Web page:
Not far from Seal Bay is one of the island’s most unusual geological formations called ‘Remarkable Rocks’. As the name suggests it is a cluster of large rocks, or granite boulders to be precise, that have been sculptured by weather erosion into some very unexpected shapes.
Cape du Couedic
Before leaving the coast and heading inland, we visited the colony of New Zealand Fur seals, at Cape du Couedic. Apart from the ease of movement in terrestrial environments, the seals differ from the sea lions in having external ear flaps and fully furred flippers.
Cape du Couedic is a far less hospitable spot than Seal Bay. The fur seals live at the bottom of wind-swept cliffs where the waves crash into the rocks with relentless ferocity. The waves and the wind are responsible for creating another one of the island’s well-known geological attractions – a rock arch knows as the ‘Admiral’s Arch’ down below where the rocks meet the ocean.
Little Sahara and Baudin Conservation Park
In the afternoon we visited yet another landscape wonder of the island – Little Sahara. It is a unique, expansive sand dune area located several kilometres from the coast. It is thought that originally the sand was blown in from the coastal beaches to create this little desert. Even now the dunes are in constant motion, slightly changing their position each year.
Just before dusk, we visited Baudin Conservation Park for another chance to view Tammar wallabies. This species, the smallest of the wallaby family, were once extinct on the mainland, though they have now been re-introduced from a breeding population found in New Zealand.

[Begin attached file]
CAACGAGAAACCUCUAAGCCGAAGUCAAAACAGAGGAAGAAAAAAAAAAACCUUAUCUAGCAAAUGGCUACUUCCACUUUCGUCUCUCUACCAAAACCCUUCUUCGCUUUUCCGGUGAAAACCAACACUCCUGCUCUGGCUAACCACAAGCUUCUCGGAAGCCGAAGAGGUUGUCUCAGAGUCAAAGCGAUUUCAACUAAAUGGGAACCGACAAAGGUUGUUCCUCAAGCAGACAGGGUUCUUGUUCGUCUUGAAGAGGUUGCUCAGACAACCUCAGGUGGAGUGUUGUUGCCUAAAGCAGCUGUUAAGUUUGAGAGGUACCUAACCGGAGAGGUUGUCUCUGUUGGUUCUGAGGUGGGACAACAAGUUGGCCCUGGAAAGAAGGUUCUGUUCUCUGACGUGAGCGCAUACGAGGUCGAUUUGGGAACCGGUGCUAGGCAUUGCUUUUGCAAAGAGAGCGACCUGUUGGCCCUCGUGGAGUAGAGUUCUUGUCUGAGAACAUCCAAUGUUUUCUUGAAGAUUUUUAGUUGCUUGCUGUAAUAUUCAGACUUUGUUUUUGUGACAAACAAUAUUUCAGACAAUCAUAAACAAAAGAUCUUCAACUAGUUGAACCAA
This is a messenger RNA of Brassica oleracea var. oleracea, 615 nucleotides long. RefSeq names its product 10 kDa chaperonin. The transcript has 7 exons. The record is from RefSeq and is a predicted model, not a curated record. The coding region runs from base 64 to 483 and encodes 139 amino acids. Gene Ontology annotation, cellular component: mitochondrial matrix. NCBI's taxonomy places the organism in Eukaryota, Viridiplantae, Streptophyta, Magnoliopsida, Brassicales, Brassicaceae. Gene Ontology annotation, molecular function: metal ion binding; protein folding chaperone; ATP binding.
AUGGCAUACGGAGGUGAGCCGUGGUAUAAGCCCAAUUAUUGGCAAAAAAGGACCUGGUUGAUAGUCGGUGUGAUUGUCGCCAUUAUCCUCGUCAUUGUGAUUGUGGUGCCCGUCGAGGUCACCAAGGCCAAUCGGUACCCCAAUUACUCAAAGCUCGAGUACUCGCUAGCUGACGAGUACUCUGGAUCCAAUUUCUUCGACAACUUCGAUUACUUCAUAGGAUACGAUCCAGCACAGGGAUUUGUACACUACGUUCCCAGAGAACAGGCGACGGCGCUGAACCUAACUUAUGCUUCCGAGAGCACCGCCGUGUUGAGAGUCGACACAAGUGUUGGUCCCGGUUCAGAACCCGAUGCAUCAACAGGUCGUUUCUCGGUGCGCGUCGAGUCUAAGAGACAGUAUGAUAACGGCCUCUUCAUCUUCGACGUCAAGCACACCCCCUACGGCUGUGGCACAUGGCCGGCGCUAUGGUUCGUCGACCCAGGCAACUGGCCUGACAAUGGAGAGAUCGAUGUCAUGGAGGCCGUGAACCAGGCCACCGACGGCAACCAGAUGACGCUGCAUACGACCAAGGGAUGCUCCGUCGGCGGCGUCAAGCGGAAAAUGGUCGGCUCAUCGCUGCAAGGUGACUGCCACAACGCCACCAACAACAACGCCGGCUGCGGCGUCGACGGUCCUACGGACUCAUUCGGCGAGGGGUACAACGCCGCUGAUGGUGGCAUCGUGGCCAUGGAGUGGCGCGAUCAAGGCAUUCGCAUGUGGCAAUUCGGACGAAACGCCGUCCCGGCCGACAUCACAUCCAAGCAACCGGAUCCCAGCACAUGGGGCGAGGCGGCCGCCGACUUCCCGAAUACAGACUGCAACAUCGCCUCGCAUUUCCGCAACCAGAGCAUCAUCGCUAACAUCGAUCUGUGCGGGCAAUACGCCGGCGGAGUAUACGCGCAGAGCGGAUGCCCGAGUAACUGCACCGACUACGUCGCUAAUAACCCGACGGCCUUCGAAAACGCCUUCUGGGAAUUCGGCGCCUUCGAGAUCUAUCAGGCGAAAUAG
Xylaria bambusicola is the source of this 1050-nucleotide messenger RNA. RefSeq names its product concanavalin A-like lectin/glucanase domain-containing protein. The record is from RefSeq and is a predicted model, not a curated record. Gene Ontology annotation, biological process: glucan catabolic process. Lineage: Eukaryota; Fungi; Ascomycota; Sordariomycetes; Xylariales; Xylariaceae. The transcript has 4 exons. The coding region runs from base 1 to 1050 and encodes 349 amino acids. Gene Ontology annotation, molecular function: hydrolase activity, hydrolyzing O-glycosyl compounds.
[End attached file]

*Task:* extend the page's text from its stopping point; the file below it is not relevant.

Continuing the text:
Naturally, the wildlife watching opportunities did not end after the sun had set. The guest house I chose to stay in on the island was located right next to the Little Penguin rookery in the town of Penneshaw (which was, of course, the reason behind my accommodation choice).
At about 8 pm a little tour group from the guest house took off to the beach to watch dozens of the world’s tiniest penguins making their way home after a hard day’s fishing. The rookery was well protected and additional burrows were made in the rock face to accommodate the penguins.
A bonus sighting of the night was that of a Tawny frogmouth, pretending to be a part of a branch overhanging the walking trail.
Seabirds at Kingscote
The next day’s tour was more or less identical in terms of itinerary and species observed, with a single deviation of visiting a seabird colony at Kingscote. Unfortunately, the birds were too far away and there was no ‘covert’ way to approach the colony.
During my free time, I explored the island on foot watching out for birds and reptiles. I found a few different species of parrot, gulls and some adorable Sooty Oystercatchers.
On the morning of my departure, I woke up before the sunrise in the hope of photographing some dramatic seascapes in the early morning light. While the light wasn’t quite as dramatic as I expected it was a perfect way to say goodbye to this amazing island, that as far as I was concerned has certainly lived up to its nickname of ‘Australian Galapagos’.
Kangaroo Island in a day
The next time I visited Kangaroo Island was just for a day trip. My friend, Alexi and I made a spur of the moment decision to spend a weekend in South Australia. And even more on the spur of the moment, we made an ambitious plan to spend a day wildlife watching on Kangaroo Island.